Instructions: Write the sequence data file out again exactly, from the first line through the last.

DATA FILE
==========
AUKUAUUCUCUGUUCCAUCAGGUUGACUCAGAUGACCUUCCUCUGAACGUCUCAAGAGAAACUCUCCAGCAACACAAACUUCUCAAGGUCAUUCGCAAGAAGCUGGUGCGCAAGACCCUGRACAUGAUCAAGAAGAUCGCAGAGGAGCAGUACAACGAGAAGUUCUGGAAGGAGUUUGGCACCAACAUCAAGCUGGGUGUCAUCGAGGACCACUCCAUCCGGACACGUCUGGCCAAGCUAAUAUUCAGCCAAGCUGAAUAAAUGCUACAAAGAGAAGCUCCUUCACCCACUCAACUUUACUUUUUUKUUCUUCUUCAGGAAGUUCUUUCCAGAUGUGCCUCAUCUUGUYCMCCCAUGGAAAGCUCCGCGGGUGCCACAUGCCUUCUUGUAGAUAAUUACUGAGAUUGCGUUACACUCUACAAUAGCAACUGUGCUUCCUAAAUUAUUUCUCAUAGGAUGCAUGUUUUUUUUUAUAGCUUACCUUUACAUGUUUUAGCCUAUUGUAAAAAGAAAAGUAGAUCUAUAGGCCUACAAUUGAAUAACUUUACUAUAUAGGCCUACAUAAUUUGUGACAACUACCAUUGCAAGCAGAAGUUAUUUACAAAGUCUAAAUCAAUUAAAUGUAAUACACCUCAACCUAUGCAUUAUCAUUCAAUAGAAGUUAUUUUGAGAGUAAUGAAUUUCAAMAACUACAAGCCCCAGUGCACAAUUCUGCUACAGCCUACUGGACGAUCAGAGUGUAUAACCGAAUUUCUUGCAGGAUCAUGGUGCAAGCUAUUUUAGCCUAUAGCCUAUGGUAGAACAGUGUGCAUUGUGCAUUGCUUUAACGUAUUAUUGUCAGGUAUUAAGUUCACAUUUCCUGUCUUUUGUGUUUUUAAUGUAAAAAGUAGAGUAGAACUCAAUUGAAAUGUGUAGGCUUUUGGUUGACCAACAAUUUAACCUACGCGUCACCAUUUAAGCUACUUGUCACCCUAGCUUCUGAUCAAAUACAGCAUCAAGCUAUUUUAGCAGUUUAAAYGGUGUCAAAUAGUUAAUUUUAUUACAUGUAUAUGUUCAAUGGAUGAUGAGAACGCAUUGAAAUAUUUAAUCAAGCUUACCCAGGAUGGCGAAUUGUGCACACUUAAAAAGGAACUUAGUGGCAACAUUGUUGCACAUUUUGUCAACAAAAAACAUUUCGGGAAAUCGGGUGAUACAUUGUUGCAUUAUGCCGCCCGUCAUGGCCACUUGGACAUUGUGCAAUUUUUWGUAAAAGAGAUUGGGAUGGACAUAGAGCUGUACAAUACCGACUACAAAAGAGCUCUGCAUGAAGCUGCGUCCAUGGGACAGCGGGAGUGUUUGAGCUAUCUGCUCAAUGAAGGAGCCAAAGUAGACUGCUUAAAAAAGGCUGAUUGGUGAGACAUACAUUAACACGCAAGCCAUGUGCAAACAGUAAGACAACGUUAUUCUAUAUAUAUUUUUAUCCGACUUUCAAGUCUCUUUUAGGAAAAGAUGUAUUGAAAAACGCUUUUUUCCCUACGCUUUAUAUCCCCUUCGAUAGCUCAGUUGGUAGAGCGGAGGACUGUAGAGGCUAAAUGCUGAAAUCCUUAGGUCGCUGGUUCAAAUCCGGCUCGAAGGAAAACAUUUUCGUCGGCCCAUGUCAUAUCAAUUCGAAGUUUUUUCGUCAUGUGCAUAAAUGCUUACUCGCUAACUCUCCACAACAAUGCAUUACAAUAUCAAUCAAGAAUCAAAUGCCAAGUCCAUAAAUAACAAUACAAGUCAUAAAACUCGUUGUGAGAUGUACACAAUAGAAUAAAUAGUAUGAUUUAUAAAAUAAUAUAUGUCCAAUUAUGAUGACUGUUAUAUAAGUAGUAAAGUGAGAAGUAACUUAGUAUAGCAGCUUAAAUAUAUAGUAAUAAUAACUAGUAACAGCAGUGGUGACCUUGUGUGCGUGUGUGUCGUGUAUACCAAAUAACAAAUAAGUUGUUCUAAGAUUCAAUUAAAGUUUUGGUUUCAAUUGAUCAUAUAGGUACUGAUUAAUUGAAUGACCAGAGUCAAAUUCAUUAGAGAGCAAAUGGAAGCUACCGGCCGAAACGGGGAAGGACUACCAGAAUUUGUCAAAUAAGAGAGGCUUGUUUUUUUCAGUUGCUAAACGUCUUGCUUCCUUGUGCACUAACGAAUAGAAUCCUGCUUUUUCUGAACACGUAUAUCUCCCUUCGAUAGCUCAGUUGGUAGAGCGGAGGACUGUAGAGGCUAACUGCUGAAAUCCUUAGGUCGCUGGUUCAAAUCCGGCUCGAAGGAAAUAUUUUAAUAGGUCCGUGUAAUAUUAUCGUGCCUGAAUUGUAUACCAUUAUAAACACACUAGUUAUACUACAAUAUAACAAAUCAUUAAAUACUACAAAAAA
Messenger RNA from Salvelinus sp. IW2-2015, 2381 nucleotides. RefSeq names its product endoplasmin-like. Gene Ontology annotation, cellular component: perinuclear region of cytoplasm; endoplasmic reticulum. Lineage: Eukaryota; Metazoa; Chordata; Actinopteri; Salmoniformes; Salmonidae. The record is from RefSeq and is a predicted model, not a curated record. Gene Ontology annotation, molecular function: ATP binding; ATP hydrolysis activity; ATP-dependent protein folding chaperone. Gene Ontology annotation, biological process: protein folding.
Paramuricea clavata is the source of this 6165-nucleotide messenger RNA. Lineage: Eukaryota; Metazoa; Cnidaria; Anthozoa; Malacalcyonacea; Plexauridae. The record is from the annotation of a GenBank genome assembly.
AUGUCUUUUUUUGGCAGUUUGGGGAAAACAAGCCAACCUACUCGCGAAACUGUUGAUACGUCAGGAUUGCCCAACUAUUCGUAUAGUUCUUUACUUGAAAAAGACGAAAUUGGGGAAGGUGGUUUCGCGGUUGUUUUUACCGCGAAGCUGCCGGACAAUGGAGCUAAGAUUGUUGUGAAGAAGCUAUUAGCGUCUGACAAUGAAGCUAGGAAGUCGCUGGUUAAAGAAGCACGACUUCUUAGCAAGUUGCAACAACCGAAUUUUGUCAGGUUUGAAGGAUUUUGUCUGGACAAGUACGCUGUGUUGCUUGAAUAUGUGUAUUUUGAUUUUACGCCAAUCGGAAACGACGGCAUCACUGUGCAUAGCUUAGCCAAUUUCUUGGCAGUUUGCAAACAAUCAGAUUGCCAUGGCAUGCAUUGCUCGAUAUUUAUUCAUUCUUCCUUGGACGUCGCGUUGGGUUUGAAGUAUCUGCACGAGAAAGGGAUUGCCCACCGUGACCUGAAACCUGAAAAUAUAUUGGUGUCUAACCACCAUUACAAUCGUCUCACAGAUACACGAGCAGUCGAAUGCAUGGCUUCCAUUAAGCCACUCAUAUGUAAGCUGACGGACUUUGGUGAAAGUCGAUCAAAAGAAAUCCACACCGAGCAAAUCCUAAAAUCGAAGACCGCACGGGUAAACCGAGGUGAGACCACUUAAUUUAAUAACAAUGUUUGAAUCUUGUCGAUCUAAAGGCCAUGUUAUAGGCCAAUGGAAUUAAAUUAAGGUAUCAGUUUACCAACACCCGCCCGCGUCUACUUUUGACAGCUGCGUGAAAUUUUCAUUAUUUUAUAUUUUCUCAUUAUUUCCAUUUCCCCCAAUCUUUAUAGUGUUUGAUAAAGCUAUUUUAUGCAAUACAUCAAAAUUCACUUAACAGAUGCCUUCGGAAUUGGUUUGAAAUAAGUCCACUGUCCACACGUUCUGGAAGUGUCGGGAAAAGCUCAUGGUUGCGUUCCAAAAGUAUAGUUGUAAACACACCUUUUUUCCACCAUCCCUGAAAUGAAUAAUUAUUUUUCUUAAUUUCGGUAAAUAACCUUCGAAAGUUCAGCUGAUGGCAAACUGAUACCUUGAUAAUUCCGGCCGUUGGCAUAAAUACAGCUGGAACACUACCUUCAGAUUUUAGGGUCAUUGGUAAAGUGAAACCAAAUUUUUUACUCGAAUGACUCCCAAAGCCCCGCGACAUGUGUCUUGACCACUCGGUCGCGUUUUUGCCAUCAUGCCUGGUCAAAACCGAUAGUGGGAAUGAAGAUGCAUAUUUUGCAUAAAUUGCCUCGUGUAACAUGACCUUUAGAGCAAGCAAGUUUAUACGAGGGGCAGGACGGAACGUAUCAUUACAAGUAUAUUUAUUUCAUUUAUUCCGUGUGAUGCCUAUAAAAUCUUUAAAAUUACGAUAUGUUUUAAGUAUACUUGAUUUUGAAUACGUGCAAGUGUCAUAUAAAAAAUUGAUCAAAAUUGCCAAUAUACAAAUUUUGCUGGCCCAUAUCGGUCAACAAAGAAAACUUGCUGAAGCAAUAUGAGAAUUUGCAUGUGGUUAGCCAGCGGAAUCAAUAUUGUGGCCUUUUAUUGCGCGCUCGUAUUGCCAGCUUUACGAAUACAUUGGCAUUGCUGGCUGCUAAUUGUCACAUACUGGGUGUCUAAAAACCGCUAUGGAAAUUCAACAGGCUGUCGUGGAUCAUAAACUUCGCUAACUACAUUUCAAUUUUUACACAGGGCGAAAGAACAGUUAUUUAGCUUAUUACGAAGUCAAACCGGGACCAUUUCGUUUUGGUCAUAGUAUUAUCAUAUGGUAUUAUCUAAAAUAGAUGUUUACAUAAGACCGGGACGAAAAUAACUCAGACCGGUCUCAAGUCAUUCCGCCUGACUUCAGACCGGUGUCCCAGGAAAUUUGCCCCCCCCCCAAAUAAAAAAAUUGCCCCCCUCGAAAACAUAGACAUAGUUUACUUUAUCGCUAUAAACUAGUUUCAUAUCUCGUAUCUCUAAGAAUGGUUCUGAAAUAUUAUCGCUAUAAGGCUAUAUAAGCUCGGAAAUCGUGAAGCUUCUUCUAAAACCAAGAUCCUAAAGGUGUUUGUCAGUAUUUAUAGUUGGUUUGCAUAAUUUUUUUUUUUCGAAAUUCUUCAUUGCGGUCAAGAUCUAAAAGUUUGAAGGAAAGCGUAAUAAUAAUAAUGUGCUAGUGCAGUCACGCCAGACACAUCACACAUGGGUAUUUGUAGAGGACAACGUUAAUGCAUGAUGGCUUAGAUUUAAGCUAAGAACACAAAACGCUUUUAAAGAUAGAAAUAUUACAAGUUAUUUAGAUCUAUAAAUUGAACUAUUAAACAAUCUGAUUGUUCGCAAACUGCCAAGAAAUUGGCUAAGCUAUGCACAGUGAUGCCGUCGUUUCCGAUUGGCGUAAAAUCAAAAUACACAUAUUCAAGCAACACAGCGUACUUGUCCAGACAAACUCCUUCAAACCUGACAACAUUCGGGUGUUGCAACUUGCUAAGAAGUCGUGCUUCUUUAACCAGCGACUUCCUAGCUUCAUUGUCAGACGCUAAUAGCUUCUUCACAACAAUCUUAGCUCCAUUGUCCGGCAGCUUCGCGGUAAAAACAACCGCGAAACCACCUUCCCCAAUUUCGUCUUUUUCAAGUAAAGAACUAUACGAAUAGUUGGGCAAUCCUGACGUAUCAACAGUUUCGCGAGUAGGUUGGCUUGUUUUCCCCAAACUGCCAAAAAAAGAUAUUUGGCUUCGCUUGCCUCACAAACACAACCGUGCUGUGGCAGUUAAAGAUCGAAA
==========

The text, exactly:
AUKUAUUCUCUGUUCCAUCAGGUUGACUCAGAUGACCUUCCUCUGAACGUCUCAAGAGAAACUCUCCAGCAACACAAACUUCUCAAGGUCAUUCGCAAGAAGCUGGUGCGCAAGACCCUGRACAUGAUCAAGAAGAUCGCAGAGGAGCAGUACAACGAGAAGUUCUGGAAGGAGUUUGGCACCAACAUCAAGCUGGGUGUCAUCGAGGACCACUCCAUCCGGACACGUCUGGCCAAGCUAAUAUUCAGCCAAGCUGAAUAAAUGCUACAAAGAGAAGCUCCUUCACCCACUCAACUUUACUUUUUUKUUCUUCUUCAGGAAGUUCUUUCCAGAUGUGCCUCAUCUUGUYCMCCCAUGGAAAGCUCCGCGGGUGCCACAUGCCUUCUUGUAGAUAAUUACUGAGAUUGCGUUACACUCUACAAUAGCAACUGUGCUUCCUAAAUUAUUUCUCAUAGGAUGCAUGUUUUUUUUUAUAGCUUACCUUUACAUGUUUUAGCCUAUUGUAAAAAGAAAAGUAGAUCUAUAGGCCUACAAUUGAAUAACUUUACUAUAUAGGCCUACAUAAUUUGUGACAACUACCAUUGCAAGCAGAAGUUAUUUACAAAGUCUAAAUCAAUUAAAUGUAAUACACCUCAACCUAUGCAUUAUCAUUCAAUAGAAGUUAUUUUGAGAGUAAUGAAUUUCAAMAACUACAAGCCCCAGUGCACAAUUCUGCUACAGCCUACUGGACGAUCAGAGUGUAUAACCGAAUUUCUUGCAGGAUCAUGGUGCAAGCUAUUUUAGCCUAUAGCCUAUGGUAGAACAGUGUGCAUUGUGCAUUGCUUUAACGUAUUAUUGUCAGGUAUUAAGUUCACAUUUCCUGUCUUUUGUGUUUUUAAUGUAAAAAGUAGAGUAGAACUCAAUUGAAAUGUGUAGGCUUUUGGUUGACCAACAAUUUAACCUACGCGUCACCAUUUAAGCUACUUGUCACCCUAGCUUCUGAUCAAAUACAGCAUCAAGCUAUUUUAGCAGUUUAAAYGGUGUCAAAUAGUUAAUUUUAUUACAUGUAUAUGUUCAAUGGAUGAUGAGAACGCAUUGAAAUAUUUAAUCAAGCUUACCCAGGAUGGCGAAUUGUGCACACUUAAAAAGGAACUUAGUGGCAACAUUGUUGCACAUUUUGUCAACAAAAAACAUUUCGGGAAAUCGGGUGAUACAUUGUUGCAUUAUGCCGCCCGUCAUGGCCACUUGGACAUUGUGCAAUUUUUWGUAAAAGAGAUUGGGAUGGACAUAGAGCUGUACAAUACCGACUACAAAAGAGCUCUGCAUGAAGCUGCGUCCAUGGGACAGCGGGAGUGUUUGAGCUAUCUGCUCAAUGAAGGAGCCAAAGUAGACUGCUUAAAAAAGGCUGAUUGGUGAGACAUACAUUAACACGCAAGCCAUGUGCAAACAGUAAGACAACGUUAUUCUAUAUAUAUUUUUAUCCGACUUUCAAGUCUCUUUUAGGAAAAGAUGUAUUGAAAAACGCUUUUUUCCCUACGCUUUAUAUCCCCUUCGAUAGCUCAGUUGGUAGAGCGGAGGACUGUAGAGGCUAAAUGCUGAAAUCCUUAGGUCGCUGGUUCAAAUCCGGCUCGAAGGAAAACAUUUUCGUCGGCCCAUGUCAUAUCAAUUCGAAGUUUUUUCGUCAUGUGCAUAAAUGCUUACUCGCUAACUCUCCACAACAAUGCAUUACAAUAUCAAUCAAGAAUCAAAUGCCAAGUCCAUAAAUAACAAUACAAGUCAUAAAACUCGUUGUGAGAUGUACACAAUAGAAUAAAUAGUAUGAUUUAUAAAAUAAUAUAUGUCCAAUUAUGAUGACUGUUAUAUAAGUAGUAAAGUGAGAAGUAACUUAGUAUAGCAGCUUAAAUAUAUAGUAAUAAUAACUAGUAACAGCAGUGGUGACCUUGUGUGCGUGUGUGUCGUGUAUACCAAAUAACAAAUAAGUUGUUCUAAGAUUCAAUUAAAGUUUUGGUUUCAAUUGAUCAUAUAGGUACUGAUUAAUUGAAUGACCAGAGUCAAAUUCAUUAGAGAGCAAAUGGAAGCUACCGGCCGAAACGGGGAAGGACUACCAGAAUUUGUCAAAUAAGAGAGGCUUGUUUUUUUCAGUUGCUAAACGUCUUGCUUCCUUGUGCACUAACGAAUAGAAUCCUGCUUUUUCUGAACACGUAUAUCUCCCUUCGAUAGCUCAGUUGGUAGAGCGGAGGACUGUAGAGGCUAACUGCUGAAAUCCUUAGGUCGCUGGUUCAAAUCCGGCUCGAAGGAAAUAUUUUAAUAGGUCCGUGUAAUAUUAUCGUGCCUGAAUUGUAUACCAUUAUAAACACACUAGUUAUACUACAAUAUAACAAAUCAUUAAAUACUACAAAAAA
Messenger RNA from Salvelinus sp. IW2-2015, 2381 nucleotides. RefSeq names its product endoplasmin-like. Gene Ontology annotation, cellular component: perinuclear region of cytoplasm; endoplasmic reticulum. Lineage: Eukaryota; Metazoa; Chordata; Actinopteri; Salmoniformes; Salmonidae. The record is from RefSeq and is a predicted model, not a curated record. Gene Ontology annotation, molecular function: ATP binding; ATP hydrolysis activity; ATP-dependent protein folding chaperone. Gene Ontology annotation, biological process: protein folding.
Paramuricea clavata is the source of this 6165-nucleotide messenger RNA. Lineage: Eukaryota; Metazoa; Cnidaria; Anthozoa; Malacalcyonacea; Plexauridae. The record is from the annotation of a GenBank genome assembly.
AUGUCUUUUUUUGGCAGUUUGGGGAAAACAAGCCAACCUACUCGCGAAACUGUUGAUACGUCAGGAUUGCCCAACUAUUCGUAUAGUUCUUUACUUGAAAAAGACGAAAUUGGGGAAGGUGGUUUCGCGGUUGUUUUUACCGCGAAGCUGCCGGACAAUGGAGCUAAGAUUGUUGUGAAGAAGCUAUUAGCGUCUGACAAUGAAGCUAGGAAGUCGCUGGUUAAAGAAGCACGACUUCUUAGCAAGUUGCAACAACCGAAUUUUGUCAGGUUUGAAGGAUUUUGUCUGGACAAGUACGCUGUGUUGCUUGAAUAUGUGUAUUUUGAUUUUACGCCAAUCGGAAACGACGGCAUCACUGUGCAUAGCUUAGCCAAUUUCUUGGCAGUUUGCAAACAAUCAGAUUGCCAUGGCAUGCAUUGCUCGAUAUUUAUUCAUUCUUCCUUGGACGUCGCGUUGGGUUUGAAGUAUCUGCACGAGAAAGGGAUUGCCCACCGUGACCUGAAACCUGAAAAUAUAUUGGUGUCUAACCACCAUUACAAUCGUCUCACAGAUACACGAGCAGUCGAAUGCAUGGCUUCCAUUAAGCCACUCAUAUGUAAGCUGACGGACUUUGGUGAAAGUCGAUCAAAAGAAAUCCACACCGAGCAAAUCCUAAAAUCGAAGACCGCACGGGUAAACCGAGGUGAGACCACUUAAUUUAAUAACAAUGUUUGAAUCUUGUCGAUCUAAAGGCCAUGUUAUAGGCCAAUGGAAUUAAAUUAAGGUAUCAGUUUACCAACACCCGCCCGCGUCUACUUUUGACAGCUGCGUGAAAUUUUCAUUAUUUUAUAUUUUCUCAUUAUUUCCAUUUCCCCCAAUCUUUAUAGUGUUUGAUAAAGCUAUUUUAUGCAAUACAUCAAAAUUCACUUAACAGAUGCCUUCGGAAUUGGUUUGAAAUAAGUCCACUGUCCACACGUUCUGGAAGUGUCGGGAAAAGCUCAUGGUUGCGUUCCAAAAGUAUAGUUGUAAACACACCUUUUUUCCACCAUCCCUGAAAUGAAUAAUUAUUUUUCUUAAUUUCGGUAAAUAACCUUCGAAAGUUCAGCUGAUGGCAAACUGAUACCUUGAUAAUUCCGGCCGUUGGCAUAAAUACAGCUGGAACACUACCUUCAGAUUUUAGGGUCAUUGGUAAAGUGAAACCAAAUUUUUUACUCGAAUGACUCCCAAAGCCCCGCGACAUGUGUCUUGACCACUCGGUCGCGUUUUUGCCAUCAUGCCUGGUCAAAACCGAUAGUGGGAAUGAAGAUGCAUAUUUUGCAUAAAUUGCCUCGUGUAACAUGACCUUUAGAGCAAGCAAGUUUAUACGAGGGGCAGGACGGAACGUAUCAUUACAAGUAUAUUUAUUUCAUUUAUUCCGUGUGAUGCCUAUAAAAUCUUUAAAAUUACGAUAUGUUUUAAGUAUACUUGAUUUUGAAUACGUGCAAGUGUCAUAUAAAAAAUUGAUCAAAAUUGCCAAUAUACAAAUUUUGCUGGCCCAUAUCGGUCAACAAAGAAAACUUGCUGAAGCAAUAUGAGAAUUUGCAUGUGGUUAGCCAGCGGAAUCAAUAUUGUGGCCUUUUAUUGCGCGCUCGUAUUGCCAGCUUUACGAAUACAUUGGCAUUGCUGGCUGCUAAUUGUCACAUACUGGGUGUCUAAAAACCGCUAUGGAAAUUCAACAGGCUGUCGUGGAUCAUAAACUUCGCUAACUACAUUUCAAUUUUUACACAGGGCGAAAGAACAGUUAUUUAGCUUAUUACGAAGUCAAACCGGGACCAUUUCGUUUUGGUCAUAGUAUUAUCAUAUGGUAUUAUCUAAAAUAGAUGUUUACAUAAGACCGGGACGAAAAUAACUCAGACCGGUCUCAAGUCAUUCCGCCUGACUUCAGACCGGUGUCCCAGGAAAUUUGCCCCCCCCCCAAAUAAAAAAAUUGCCCCCCUCGAAAACAUAGACAUAGUUUACUUUAUCGCUAUAAACUAGUUUCAUAUCUCGUAUCUCUAAGAAUGGUUCUGAAAUAUUAUCGCUAUAAGGCUAUAUAAGCUCGGAAAUCGUGAAGCUUCUUCUAAAACCAAGAUCCUAAAGGUGUUUGUCAGUAUUUAUAGUUGGUUUGCAUAAUUUUUUUUUUUCGAAAUUCUUCAUUGCGGUCAAGAUCUAAAAGUUUGAAGGAAAGCGUAAUAAUAAUAAUGUGCUAGUGCAGUCACGCCAGACACAUCACACAUGGGUAUUUGUAGAGGACAACGUUAAUGCAUGAUGGCUUAGAUUUAAGCUAAGAACACAAAACGCUUUUAAAGAUAGAAAUAUUACAAGUUAUUUAGAUCUAUAAAUUGAACUAUUAAACAAUCUGAUUGUUCGCAAACUGCCAAGAAAUUGGCUAAGCUAUGCACAGUGAUGCCGUCGUUUCCGAUUGGCGUAAAAUCAAAAUACACAUAUUCAAGCAACACAGCGUACUUGUCCAGACAAACUCCUUCAAACCUGACAACAUUCGGGUGUUGCAACUUGCUAAGAAGUCGUGCUUCUUUAACCAGCGACUUCCUAGCUUCAUUGUCAGACGCUAAUAGCUUCUUCACAACAAUCUUAGCUCCAUUGUCCGGCAGCUUCGCGGUAAAAACAACCGCGAAACCACCUUCCCCAAUUUCGUCUUUUUCAAGUAAAGAACUAUACGAAUAGUUGGGCAAUCCUGACGUAUCAACAGUUUCGCGAGUAGGUUGGCUUGUUUUCCCCAAACUGCCAAAAAAAGAUAUUUGGCUUCGCUUGCCUCACAAACACAACCGUGCUGUGGCAGUUAAAGAUCGAAA